|Ultima VII: Forge of Virtue (1992)||(Programming Assistance)|
|Ultima VII: The Black Gate (1992)||(Programming)|
|NetStorm: Islands at War (1997)||(Director of Mind Control Products)|
|Defend Your Castle (2008)||(Special Thanks)|
|Pagan: Ultima VIII (1994)||(Special Thanks To)|
Jim Greer founded a casual gaming startup in May 2006 - as of this writing they have not announced there plans, but you can learn a bit more at http://www.kongregate.com.
Jim has extensive experience in PC and web game development. His most recent experience was at Pogo.com where he worked until May 2006.
Pogo is Electronic Arts' casual games brand. Club Pogo has over 1.2 million subscribers, paying $35/year for access to great games, plus a host of fun community features like challenges and collectible badges.
Jim started at Pogo in 2001 as a game programmer. His last position before leaving EA was as Technical Director – reporting to VP/Exec Producer Andrew Pedersen and responsible for Pogo's technical strategy, new initiatives, and overall site stability.
Jim began his career at Origin Systems as a summer intern in June of 1991. He was soon hired full time to work on Ultima VII: The Black Gate. Initially he worked as one of the scripters coding in the Usecode language and doing animations and object behaviors. He went on to lead the scripting team, reporting to Richard Garriott. By the end of the project he was contributing to the core engine as well. Due to his youth and enthusiasm, he was credited as “Wonderboy” in the finished product. Trivia: Jim’s face is the basis for the cyclops character Iskander.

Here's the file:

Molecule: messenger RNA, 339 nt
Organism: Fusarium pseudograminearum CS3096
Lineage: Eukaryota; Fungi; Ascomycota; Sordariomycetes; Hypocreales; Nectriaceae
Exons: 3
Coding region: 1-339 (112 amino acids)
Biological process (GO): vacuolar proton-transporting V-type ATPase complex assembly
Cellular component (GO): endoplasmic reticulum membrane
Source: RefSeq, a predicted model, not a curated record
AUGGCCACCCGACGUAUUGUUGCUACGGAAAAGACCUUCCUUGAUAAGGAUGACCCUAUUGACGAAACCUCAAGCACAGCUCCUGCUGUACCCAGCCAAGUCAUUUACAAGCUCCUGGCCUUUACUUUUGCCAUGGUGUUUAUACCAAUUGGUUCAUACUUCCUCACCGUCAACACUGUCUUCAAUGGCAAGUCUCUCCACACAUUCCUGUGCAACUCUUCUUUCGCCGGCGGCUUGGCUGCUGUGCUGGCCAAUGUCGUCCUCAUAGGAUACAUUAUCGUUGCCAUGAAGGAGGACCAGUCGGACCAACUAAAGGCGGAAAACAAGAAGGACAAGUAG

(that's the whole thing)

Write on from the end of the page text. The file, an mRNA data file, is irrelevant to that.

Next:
In 1995, after completing a Computer Science degree at Princeton, Jim returned to Origin very briefly in the role of Director for the brand-new Ultima Online project. He soon left with fellow Origin employees Ken Demarest, Zachary Booth Simpson, and Beverly Garland to found Titanic Entertainment.
Titanic developed NetStorm: Islands at War, an innovative Internet based real-time strategy game, published by Activision. It was a learning experience – NetStorm was critically acclaimed but had very poor sales. It was voted the #1 Game of All Time that Nobody Bought, by C-Net’s gamecenter.com.
After Titanic sank, Jim moved from Austin to San Francisco and worked as a freelance web game developer at Shockwave.com and other sites before joining Pogo in 2001.
You can contact Jim at [email protected] or through his LinkedIn profile listed below.
Last updated: May 27, 2006